Netanyahu Visit to Cyprus May Stoke Mediterranean Gas Dispute
Israeli Prime Minister Benjamin Netanyahu visits the divided island of Cyprus tomorrow in a trip that will thrust him directly into a dispute over Mediterranean gas drilling rights.
Both Turkey and Lebanon are demanding pieces of the natural gas bonanza that a group led by Noble Energy Inc. (NBL) discovered off the coasts of Israel and Cyprus, estimated to be worth billions of dollars in exports. Israel’s energy minister has said his nation is willing to use force to protect its gas field from outside claims.
Netanyahu’s trip is the first by an Israeli prime minister to Cyprus, which it has treated gingerly for years out of concern it could rock Israel’s military alliance with Turkey. The growing antipathy of Turkish Prime Minister Recep Tayyip Erdogan as well as the recent gas discoveries have led Netanyahu to cultivate ties with Cyprus, which long focused on tourism and covert intelligence sharing, says Emanuel Gutmann, an emeritus professor of political science at Hebrew University in Jerusalem.
“It really wasn’t important enough for us and there were good reasons not to offend Turkey,” Gutmann, who has studied Cyprus since the 1940s, said in a phone interview. “Now everything has changed.”
Netanyahu leaves tomorrow morning on the 40-minute flight to Nicosia, where he will meet with Cypriot President Demetris Christofias, Foreign Minister Erato Kozakou-Markoulli and other officials.
“We’re hopeful that the visit will serve to energize bilateral cooperation,” Netanyahu spokesman Mark Regev said in a phone interview.
Christofias plans to sign a search and rescue agreement with Israel, while discussing joint interests in natural gas and efforts to reunite with the Turkish side of Cyprus, Marios Ieronymides, director of Christofias’s diplomatic office, said in a telephone interview. Netanyahu’s trip follows the Cypriot leader’s visit to Israel in March and Israeli President Shimon Peres’s tour of Cyprus in November.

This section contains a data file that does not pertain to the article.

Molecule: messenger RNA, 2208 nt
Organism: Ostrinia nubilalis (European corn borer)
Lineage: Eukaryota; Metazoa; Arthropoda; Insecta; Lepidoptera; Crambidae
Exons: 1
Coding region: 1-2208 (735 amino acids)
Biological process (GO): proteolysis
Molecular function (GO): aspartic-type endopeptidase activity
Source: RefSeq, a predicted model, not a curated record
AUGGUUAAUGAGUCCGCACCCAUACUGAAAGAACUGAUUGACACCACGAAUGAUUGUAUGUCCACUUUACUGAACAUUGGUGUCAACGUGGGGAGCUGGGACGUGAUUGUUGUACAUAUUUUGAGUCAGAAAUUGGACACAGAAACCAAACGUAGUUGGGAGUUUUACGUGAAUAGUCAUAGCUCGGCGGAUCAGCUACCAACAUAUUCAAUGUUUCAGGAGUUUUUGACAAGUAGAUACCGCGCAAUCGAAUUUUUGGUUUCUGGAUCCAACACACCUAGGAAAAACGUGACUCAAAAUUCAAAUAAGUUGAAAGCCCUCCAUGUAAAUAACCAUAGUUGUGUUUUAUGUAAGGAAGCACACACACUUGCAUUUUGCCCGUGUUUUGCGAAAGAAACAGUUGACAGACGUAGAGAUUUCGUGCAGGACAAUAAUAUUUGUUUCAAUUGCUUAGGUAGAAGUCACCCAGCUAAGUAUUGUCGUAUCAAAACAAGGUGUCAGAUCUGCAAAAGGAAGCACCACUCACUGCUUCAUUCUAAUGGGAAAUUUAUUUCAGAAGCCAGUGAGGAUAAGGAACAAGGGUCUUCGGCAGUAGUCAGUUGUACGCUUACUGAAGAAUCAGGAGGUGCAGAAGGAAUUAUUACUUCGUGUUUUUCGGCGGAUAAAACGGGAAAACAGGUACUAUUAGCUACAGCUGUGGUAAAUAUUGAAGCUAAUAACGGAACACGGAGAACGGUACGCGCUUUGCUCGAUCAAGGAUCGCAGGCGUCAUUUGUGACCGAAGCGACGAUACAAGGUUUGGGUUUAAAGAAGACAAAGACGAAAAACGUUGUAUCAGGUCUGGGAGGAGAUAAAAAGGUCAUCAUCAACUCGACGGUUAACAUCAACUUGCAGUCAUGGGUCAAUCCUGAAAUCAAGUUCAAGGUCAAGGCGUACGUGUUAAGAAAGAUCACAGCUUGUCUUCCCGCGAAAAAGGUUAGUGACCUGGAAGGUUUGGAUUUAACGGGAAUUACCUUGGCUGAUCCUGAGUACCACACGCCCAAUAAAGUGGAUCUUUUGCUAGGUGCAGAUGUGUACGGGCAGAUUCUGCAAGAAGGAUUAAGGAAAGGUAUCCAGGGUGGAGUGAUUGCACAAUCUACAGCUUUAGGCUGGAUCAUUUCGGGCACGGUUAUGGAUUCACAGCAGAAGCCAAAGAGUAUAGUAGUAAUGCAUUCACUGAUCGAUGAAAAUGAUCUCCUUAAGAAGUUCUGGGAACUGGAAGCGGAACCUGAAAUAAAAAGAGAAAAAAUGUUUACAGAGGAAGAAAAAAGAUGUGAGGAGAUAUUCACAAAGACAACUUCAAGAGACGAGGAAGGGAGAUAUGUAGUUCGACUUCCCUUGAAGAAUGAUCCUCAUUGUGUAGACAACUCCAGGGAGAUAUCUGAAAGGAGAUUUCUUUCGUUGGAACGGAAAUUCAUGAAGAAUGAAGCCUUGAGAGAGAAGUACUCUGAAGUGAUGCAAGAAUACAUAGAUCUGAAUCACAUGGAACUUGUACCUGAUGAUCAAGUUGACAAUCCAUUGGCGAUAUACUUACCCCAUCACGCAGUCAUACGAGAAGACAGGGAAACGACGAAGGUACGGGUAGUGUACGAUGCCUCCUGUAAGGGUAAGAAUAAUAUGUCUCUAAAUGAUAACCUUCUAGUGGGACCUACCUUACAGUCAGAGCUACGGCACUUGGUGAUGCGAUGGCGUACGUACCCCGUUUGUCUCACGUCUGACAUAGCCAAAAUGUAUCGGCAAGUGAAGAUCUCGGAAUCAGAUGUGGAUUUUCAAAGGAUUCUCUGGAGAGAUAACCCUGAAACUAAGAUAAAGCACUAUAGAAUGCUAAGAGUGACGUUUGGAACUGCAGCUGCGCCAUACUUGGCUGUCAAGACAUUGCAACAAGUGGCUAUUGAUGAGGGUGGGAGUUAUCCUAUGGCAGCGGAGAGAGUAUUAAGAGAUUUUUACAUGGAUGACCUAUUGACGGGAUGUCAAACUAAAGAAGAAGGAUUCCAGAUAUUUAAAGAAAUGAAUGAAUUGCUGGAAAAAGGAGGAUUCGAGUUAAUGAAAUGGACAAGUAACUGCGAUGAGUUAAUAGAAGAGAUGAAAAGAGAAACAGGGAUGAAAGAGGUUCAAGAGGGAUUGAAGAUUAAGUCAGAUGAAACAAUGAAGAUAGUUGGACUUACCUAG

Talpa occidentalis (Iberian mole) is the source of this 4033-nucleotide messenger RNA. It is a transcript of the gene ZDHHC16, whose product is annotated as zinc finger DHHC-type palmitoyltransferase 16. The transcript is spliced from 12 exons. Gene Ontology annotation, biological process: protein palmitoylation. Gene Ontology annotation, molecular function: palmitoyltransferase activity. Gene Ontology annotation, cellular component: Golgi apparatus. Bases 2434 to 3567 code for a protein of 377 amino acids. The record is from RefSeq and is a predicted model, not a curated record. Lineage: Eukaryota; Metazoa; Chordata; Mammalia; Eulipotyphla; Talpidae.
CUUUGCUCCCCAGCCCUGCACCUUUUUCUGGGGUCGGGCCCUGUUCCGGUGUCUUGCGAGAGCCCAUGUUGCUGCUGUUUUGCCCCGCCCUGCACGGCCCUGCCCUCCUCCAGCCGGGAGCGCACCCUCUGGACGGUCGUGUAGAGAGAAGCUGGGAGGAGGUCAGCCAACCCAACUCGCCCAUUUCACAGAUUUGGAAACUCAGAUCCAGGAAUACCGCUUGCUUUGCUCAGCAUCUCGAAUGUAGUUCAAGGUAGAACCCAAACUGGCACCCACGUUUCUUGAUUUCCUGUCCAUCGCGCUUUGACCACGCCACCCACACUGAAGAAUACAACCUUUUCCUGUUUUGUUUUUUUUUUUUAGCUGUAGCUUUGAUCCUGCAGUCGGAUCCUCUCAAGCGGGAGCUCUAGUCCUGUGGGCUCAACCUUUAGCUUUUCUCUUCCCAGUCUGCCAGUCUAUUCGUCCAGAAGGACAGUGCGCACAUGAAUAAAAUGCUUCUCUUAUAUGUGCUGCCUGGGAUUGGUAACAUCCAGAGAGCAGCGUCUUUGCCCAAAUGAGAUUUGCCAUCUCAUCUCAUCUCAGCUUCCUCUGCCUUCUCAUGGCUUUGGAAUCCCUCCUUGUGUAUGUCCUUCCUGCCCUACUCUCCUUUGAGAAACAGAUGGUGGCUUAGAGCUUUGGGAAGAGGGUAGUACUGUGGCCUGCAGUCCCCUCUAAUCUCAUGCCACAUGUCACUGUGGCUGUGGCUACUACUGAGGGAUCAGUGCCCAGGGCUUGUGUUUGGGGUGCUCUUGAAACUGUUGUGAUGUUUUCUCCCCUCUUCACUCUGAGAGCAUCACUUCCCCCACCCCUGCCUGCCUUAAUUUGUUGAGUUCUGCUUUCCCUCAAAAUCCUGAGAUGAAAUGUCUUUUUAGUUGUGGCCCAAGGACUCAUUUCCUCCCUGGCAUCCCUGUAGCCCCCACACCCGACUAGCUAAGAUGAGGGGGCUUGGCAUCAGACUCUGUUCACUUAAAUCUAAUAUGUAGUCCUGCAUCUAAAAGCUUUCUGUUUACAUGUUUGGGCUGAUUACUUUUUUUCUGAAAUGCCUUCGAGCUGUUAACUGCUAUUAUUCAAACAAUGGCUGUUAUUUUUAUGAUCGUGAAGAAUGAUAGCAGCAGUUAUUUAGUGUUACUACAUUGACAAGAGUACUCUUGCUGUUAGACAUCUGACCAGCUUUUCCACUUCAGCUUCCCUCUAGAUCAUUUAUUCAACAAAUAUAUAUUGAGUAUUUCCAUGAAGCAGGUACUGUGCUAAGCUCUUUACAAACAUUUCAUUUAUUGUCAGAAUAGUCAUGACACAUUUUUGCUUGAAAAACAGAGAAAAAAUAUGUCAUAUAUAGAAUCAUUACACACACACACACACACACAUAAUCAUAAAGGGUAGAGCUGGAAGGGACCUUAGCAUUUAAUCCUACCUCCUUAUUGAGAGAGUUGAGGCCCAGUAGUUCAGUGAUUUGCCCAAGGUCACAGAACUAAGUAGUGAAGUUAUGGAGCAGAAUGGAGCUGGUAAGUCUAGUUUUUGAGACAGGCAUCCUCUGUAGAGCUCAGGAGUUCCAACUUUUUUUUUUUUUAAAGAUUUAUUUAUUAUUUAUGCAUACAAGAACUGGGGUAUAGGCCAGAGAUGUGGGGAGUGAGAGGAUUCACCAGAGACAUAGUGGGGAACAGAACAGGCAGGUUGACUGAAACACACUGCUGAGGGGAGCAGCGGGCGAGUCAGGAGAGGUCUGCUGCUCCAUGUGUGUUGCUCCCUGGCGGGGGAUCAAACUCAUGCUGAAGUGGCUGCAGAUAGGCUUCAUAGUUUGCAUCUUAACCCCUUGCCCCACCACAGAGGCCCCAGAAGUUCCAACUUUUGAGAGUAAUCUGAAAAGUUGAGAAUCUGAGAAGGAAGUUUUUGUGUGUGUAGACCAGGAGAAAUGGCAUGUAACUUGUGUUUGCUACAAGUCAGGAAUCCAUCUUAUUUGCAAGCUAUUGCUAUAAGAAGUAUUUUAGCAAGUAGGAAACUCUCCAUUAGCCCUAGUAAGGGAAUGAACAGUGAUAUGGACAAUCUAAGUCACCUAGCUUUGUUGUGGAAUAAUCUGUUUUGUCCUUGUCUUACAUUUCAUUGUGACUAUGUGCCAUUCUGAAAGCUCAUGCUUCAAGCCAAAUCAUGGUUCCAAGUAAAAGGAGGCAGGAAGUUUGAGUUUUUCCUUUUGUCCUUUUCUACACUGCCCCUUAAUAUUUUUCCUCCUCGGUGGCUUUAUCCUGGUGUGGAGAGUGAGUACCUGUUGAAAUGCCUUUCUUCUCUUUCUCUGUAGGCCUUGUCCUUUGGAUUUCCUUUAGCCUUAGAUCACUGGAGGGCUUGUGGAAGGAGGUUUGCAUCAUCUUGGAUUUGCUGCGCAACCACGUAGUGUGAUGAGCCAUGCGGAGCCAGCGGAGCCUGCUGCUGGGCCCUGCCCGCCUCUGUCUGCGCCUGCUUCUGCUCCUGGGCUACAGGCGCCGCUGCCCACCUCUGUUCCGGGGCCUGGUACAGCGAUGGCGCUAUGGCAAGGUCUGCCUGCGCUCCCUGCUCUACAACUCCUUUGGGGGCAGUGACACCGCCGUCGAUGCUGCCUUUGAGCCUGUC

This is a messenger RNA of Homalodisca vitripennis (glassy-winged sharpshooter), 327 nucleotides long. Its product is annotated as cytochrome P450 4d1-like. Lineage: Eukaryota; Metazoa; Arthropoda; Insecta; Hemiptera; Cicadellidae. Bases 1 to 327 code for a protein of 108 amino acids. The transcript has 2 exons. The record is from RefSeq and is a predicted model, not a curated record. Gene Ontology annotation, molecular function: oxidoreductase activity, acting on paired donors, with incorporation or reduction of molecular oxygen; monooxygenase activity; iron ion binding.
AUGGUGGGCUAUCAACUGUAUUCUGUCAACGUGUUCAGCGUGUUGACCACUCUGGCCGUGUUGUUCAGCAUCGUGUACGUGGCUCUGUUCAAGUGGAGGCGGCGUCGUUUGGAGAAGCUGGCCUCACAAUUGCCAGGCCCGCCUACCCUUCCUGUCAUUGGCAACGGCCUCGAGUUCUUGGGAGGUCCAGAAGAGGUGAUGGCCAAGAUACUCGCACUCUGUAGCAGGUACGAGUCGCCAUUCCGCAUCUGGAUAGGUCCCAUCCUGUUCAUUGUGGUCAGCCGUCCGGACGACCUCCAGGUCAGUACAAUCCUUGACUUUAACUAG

“All state visits are important, especially this one in the context of recent hydrocarbon findings,” Ieronymides said.
Cyprus has been split since 1974 when Turkey invaded the island in response to a coup by supporters of union with Greece. The European Union, which only recognizes the Greek Cypriot south of Cyprus, has called on Turkey to recognize Cyprus and help resolve the ethnic division on the island, suspending parts of Turkish entry talks with the 27-nation bloc.
Houston, Texas-based Noble Energy, which holds the license to explore and exploit gas in Block 12 of the island’s offshore territory, said on Dec. 28 that it discovered as much as 8 trillion cubic feet of gas off the island’s southern coast, Cyprus’s first discovery. Israel’s Leviathan field may hold as much as 20 trillion cubic feet of gas, Noble said in a Dec. 19 statement.
The U.S. Geological survey estimates that the Levant Basin, a triangular slice of the Mediterranean lying between Cyprus and Israel, may hold 122 trillion cubic feet of gas. Noble Energy discovered the Tamar field in 2009 and the Leviathan field in 2010, both off the coast of Israel.
“Strategic cooperation in the energy area makes cooperation in the area of security necessary given the changes which are in progress in the area, such as the Arab Spring and Turkey’s reorientation to the Muslim world,” Christos Iakovou, director of the Cyprus Research Center, a Nicosia-based research group, said. “These force Israel to regard Cyprus in a different way than it did in the past.”
Erdogan said Sept. 28 that the Cypriot government’s decision to explore for oil and gas in the Mediterranean was “sabotage” of efforts to peacefully resolve the division of Cyprus.
Turkish government officials said they would wait to comment until they hear what develops between Netanyahu and Christofias.
Lebanon has asked the UN to adopt measures to prevent a conflict with Israel over energy exploration in areas that may fall within Lebanese territorial waters. Lebanon, which signed an agreement with Cyprus demarcating their respective offshore territories in January 2007, has failed so far to ratify it.
Israeli Energy Minister Uzi Landau said in June 2010 that his government was willing “to use our force and strength” to protect its undersea gas finds.
Lebanon’s militant group Hezbollah, which fought a war with Israel in 2006, has repeatedly pledged to protect the country’s offshore resources. Erdogan sent fighter jets and frigates to escort a Turkish seismic research ship planning east Mediterranean exploration last year.
“We’re seeing a redrawing of the strategic terrain in the eastern Mediterranean at the moment,” James Ker-Lindsay, a United Nations adviser and author of “The Cyprus Problem,” said in a telephone interview from London.
The off-shore energy discoveries, said Ker-Lindsay, a lecturer at the London School of Economics, are “a game changer.”
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